We were able to sample a personal favorite of Kyles, a spanish style cider, laden with a funk and tang that really surprised me. I'm just not used to those kind of flavor profiles in a cider.

As you ascend to each new floor (4 in total), you are greeted to a veritable plethora of barrels. Each one full to the brim with some kind of cider, mead, "fruit wine," or "cyser." Using a thief, Kyle pulled a handful of samples from a handful of barrels for us to try. Among those were a really delicate peach "fruit wine," A ginger cider, their fish pepper cyser (a cider/mead blend) "Bonfire" (a personal favorite), blueberry mead, plum mead, and a mix of others. There was even some banana juice type drink that had not been decided what to do with.

Pilot batches in the tasting room. Second in from the right has Lemongrass in it.
Some were better than others, but nothing was bad. Some things just weren't ready when we tried it, so if I were to say "Oh I didn't like this part about this drink..." It wouldn't be fair, because the drink is still in its infancy stages (seriously, some of those drinks take nearly a year before they're ready).

I know, I know, I haven't really shut up about these guys for the last couple months, but I think I have every reason to be so excited. They are local, which is a huge bonus, and they have a product I will stand behind without a moments hesitation. They aren't confined to just playing it safe and releasing just any kind of plain old cider. These guys have DOZENS of different batches of things going on at any given time. That kind of bravery and boldness goes a long way.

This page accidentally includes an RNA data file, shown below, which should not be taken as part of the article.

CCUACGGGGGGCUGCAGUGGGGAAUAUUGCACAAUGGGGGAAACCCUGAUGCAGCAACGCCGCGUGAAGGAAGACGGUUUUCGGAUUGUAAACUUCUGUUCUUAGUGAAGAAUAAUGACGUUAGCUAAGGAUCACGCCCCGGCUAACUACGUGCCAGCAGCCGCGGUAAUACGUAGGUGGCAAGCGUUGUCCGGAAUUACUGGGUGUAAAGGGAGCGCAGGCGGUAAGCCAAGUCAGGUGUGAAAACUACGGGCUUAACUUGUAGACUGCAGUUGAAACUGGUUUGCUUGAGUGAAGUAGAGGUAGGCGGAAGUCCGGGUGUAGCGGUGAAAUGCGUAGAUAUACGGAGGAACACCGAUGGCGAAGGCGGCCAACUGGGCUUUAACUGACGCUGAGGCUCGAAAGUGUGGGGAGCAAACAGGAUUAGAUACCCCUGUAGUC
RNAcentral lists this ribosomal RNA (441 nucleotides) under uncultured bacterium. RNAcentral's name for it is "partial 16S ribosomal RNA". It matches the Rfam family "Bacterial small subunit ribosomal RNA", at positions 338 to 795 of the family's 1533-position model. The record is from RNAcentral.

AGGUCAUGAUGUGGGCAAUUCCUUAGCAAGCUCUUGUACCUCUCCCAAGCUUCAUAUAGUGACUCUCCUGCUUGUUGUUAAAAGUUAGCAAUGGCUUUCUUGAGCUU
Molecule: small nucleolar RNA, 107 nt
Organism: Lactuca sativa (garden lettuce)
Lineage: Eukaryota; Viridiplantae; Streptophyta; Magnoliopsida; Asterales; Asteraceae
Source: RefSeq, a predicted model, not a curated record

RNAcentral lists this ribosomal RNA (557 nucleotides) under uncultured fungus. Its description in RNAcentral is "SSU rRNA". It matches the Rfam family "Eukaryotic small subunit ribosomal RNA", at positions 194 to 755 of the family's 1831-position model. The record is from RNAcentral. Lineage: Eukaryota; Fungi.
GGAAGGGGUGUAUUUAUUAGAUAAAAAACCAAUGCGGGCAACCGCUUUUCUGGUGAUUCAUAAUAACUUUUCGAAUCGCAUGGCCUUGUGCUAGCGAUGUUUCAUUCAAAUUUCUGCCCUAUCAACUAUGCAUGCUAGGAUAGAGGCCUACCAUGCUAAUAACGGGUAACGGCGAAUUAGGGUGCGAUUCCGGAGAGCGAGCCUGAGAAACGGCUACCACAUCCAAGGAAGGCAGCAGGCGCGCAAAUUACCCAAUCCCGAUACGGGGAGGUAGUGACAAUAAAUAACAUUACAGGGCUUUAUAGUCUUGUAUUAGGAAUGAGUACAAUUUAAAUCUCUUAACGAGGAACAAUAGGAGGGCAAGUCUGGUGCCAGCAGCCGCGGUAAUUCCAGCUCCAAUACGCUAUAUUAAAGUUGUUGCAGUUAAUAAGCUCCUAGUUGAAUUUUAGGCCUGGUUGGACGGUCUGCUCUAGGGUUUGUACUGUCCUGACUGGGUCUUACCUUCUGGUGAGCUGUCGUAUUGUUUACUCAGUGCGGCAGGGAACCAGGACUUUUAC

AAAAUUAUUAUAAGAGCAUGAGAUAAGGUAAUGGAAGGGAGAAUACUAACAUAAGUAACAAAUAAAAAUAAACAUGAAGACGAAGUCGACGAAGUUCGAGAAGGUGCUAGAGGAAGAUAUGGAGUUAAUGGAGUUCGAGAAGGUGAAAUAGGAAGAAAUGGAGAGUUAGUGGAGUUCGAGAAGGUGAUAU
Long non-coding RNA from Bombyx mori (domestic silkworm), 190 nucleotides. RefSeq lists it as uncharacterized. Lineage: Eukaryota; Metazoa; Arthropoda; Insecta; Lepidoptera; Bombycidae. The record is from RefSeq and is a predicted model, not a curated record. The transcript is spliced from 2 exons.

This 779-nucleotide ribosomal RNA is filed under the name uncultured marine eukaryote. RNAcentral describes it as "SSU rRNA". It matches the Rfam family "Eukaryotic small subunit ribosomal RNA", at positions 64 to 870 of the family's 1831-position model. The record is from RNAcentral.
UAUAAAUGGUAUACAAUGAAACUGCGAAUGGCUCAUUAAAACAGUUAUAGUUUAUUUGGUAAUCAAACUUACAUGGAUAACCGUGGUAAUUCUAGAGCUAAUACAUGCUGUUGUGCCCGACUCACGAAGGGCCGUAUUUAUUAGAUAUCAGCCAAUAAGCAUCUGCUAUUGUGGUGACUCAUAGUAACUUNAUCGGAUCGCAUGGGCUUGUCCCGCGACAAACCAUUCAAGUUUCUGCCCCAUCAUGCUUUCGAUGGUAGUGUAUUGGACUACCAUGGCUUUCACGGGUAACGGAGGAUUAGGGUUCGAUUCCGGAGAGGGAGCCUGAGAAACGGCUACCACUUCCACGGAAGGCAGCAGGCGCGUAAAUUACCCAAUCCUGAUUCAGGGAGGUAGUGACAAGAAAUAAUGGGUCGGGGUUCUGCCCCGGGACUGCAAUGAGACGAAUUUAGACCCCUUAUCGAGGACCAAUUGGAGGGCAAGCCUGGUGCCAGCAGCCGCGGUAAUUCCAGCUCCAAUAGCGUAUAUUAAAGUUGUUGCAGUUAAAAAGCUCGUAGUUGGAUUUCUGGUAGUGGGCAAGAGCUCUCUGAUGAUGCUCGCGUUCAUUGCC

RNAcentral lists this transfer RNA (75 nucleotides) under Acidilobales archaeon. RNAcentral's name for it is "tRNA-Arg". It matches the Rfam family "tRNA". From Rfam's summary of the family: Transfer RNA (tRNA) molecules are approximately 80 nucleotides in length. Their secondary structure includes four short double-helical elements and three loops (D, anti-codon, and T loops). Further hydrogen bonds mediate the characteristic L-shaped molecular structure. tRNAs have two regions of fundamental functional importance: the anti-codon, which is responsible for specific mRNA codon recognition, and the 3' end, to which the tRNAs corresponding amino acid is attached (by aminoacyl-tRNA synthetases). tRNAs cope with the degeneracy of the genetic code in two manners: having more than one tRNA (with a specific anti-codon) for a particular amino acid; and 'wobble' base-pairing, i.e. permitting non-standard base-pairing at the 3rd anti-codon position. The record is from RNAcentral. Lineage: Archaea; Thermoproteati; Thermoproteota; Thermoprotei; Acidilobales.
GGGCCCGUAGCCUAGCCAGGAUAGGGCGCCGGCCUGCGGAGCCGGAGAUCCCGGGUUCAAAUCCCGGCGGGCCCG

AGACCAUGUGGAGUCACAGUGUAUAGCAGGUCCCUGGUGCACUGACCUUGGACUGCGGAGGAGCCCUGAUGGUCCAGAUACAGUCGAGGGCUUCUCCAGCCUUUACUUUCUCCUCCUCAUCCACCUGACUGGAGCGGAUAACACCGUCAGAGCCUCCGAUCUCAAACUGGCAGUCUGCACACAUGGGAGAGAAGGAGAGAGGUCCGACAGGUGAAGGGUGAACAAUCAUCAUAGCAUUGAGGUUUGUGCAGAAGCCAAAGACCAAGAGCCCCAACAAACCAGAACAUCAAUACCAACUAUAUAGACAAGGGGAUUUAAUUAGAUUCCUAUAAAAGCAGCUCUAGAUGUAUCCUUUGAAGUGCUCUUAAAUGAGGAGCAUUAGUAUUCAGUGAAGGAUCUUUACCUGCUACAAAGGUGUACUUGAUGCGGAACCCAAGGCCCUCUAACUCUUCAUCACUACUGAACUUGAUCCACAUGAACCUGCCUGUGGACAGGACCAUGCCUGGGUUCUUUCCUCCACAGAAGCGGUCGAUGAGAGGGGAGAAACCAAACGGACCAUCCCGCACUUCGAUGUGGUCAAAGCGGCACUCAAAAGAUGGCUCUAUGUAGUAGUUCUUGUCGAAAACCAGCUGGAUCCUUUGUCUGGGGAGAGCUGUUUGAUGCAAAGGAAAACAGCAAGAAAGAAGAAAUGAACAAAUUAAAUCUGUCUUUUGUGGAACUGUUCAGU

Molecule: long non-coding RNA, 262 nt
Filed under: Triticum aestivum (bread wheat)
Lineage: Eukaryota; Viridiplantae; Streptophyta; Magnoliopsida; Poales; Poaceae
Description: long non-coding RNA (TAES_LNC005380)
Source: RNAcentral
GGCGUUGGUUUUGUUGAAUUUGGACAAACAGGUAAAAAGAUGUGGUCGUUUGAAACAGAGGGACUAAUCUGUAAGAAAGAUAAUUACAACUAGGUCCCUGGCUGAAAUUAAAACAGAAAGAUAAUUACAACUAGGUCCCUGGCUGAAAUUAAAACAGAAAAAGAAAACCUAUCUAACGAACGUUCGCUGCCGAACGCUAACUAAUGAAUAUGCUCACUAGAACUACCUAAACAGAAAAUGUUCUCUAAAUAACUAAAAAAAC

It's been wonderful to see how the Baltimore craft scene has embraced these guys.

On top of everything, all the people there are nice, helpful, and knowledgeable. Their tours have a very intimate feel to them, and its all around, just a very pleasant way to spend a few hours on a weekend afternoon. I urge you, if you are local, to take the drive and head on over and test what you think you know about ciders.

It helps also that this place is just beautiful.

And they friggin let dogs come. They like dags.

You can check them out online:


Mid-Atlantic Holiday Beer Tasting

Being part of the Baltimore beer scene in this last last year has shown me that this is one tight knit community. The following "press release" is for one event that displays the selflessness of not just our local community, but the craft beer community as a whole.